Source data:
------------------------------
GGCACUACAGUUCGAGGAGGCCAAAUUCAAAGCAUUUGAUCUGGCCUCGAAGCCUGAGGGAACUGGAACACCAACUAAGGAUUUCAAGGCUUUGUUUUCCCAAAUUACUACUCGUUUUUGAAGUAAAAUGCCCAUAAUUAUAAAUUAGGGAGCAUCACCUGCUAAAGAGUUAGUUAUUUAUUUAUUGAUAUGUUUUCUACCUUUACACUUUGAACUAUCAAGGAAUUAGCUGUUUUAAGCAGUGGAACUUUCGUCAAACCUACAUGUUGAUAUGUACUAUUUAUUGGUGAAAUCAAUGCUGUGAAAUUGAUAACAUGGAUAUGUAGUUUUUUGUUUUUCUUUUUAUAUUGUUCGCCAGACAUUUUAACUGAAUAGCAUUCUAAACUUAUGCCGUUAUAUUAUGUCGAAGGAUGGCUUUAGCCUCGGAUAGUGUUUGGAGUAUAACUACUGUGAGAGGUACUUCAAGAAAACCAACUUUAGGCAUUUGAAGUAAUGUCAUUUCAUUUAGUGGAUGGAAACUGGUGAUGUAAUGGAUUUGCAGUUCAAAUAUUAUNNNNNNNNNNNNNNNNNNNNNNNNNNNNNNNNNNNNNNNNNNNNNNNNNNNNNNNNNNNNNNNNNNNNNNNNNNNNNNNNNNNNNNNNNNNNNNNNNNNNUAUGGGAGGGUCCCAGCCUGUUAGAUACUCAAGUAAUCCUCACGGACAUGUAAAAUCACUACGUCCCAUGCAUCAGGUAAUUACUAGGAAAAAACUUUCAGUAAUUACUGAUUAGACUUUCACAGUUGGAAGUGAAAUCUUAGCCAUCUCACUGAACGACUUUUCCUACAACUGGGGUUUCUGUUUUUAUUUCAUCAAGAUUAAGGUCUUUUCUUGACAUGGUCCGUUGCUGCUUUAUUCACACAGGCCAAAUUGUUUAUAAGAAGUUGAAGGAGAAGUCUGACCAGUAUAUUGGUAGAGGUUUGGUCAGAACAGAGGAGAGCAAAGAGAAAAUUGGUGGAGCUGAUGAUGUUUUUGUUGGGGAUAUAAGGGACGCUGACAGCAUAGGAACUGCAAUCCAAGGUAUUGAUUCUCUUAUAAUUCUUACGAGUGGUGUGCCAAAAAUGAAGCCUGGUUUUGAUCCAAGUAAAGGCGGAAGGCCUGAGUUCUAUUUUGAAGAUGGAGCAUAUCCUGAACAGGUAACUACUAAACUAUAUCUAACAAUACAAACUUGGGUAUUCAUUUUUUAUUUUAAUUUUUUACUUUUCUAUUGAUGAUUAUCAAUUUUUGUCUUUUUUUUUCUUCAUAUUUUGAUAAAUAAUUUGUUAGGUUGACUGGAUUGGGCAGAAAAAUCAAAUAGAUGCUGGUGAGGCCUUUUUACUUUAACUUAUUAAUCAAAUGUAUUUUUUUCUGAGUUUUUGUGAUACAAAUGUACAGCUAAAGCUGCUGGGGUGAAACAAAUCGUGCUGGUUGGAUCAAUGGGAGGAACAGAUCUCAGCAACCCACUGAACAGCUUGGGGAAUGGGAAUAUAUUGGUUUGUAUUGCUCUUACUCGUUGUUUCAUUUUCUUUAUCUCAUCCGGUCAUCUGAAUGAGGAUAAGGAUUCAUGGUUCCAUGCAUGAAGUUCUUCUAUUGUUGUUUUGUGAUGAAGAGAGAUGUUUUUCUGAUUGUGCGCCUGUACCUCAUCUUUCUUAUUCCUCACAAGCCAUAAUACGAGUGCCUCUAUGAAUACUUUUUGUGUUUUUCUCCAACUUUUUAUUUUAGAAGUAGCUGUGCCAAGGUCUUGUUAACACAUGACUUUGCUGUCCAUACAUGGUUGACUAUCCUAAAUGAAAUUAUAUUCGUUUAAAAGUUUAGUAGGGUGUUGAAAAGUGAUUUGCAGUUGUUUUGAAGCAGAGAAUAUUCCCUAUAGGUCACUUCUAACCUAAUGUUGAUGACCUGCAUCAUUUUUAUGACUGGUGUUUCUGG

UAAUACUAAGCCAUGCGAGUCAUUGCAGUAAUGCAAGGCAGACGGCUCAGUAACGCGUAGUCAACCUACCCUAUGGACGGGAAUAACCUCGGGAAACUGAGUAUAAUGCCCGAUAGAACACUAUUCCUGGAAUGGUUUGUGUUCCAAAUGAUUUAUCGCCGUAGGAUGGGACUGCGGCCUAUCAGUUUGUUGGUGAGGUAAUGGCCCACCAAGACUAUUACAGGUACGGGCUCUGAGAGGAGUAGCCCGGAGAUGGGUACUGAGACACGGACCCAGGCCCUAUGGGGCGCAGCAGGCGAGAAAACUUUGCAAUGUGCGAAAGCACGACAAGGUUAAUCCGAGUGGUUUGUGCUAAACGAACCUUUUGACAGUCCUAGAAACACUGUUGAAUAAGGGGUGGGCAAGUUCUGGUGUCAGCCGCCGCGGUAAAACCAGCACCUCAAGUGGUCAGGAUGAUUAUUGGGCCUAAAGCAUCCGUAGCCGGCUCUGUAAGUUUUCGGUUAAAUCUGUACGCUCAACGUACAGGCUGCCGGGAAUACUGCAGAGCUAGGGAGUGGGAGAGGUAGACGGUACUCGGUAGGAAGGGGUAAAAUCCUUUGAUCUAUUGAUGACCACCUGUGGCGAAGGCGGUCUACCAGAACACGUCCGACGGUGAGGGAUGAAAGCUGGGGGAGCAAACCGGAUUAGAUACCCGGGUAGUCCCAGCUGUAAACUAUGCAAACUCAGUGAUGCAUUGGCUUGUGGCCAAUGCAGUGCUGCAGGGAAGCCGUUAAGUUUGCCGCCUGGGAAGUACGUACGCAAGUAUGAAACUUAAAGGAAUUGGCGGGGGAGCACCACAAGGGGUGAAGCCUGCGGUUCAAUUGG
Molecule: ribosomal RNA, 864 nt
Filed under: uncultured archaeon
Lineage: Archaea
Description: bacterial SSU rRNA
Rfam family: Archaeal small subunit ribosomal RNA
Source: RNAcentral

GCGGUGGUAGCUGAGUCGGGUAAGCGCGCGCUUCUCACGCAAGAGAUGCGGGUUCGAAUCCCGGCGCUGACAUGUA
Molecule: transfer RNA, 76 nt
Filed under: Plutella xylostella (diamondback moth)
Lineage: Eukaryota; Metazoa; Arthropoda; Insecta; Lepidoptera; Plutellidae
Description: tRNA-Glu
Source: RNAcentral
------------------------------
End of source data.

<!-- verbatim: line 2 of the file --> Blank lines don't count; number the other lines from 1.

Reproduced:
UAAUACUAAGCCAUGCGAGUCAUUGCAGUAAUGCAAGGCAGACGGCUCAGUAACGCGUAGUCAACCUACCCUAUGGACGGGAAUAACCUCGGGAAACUGAGUAUAAUGCCCGAUAGAACACUAUUCCUGGAAUGGUUUGUGUUCCAAAUGAUUUAUCGCCGUAGGAUGGGACUGCGGCCUAUCAGUUUGUUGGUGAGGUAAUGGCCCACCAAGACUAUUACAGGUACGGGCUCUGAGAGGAGUAGCCCGGAGAUGGGUACUGAGACACGGACCCAGGCCCUAUGGGGCGCAGCAGGCGAGAAAACUUUGCAAUGUGCGAAAGCACGACAAGGUUAAUCCGAGUGGUUUGUGCUAAACGAACCUUUUGACAGUCCUAGAAACACUGUUGAAUAAGGGGUGGGCAAGUUCUGGUGUCAGCCGCCGCGGUAAAACCAGCACCUCAAGUGGUCAGGAUGAUUAUUGGGCCUAAAGCAUCCGUAGCCGGCUCUGUAAGUUUUCGGUUAAAUCUGUACGCUCAACGUACAGGCUGCCGGGAAUACUGCAGAGCUAGGGAGUGGGAGAGGUAGACGGUACUCGGUAGGAAGGGGUAAAAUCCUUUGAUCUAUUGAUGACCACCUGUGGCGAAGGCGGUCUACCAGAACACGUCCGACGGUGAGGGAUGAAAGCUGGGGGAGCAAACCGGAUUAGAUACCCGGGUAGUCCCAGCUGUAAACUAUGCAAACUCAGUGAUGCAUUGGCUUGUGGCCAAUGCAGUGCUGCAGGGAAGCCGUUAAGUUUGCCGCCUGGGAAGUACGUACGCAAGUAUGAAACUUAAAGGAAUUGGCGGGGGAGCACCACAAGGGGUGAAGCCUGCGGUUCAAUUGG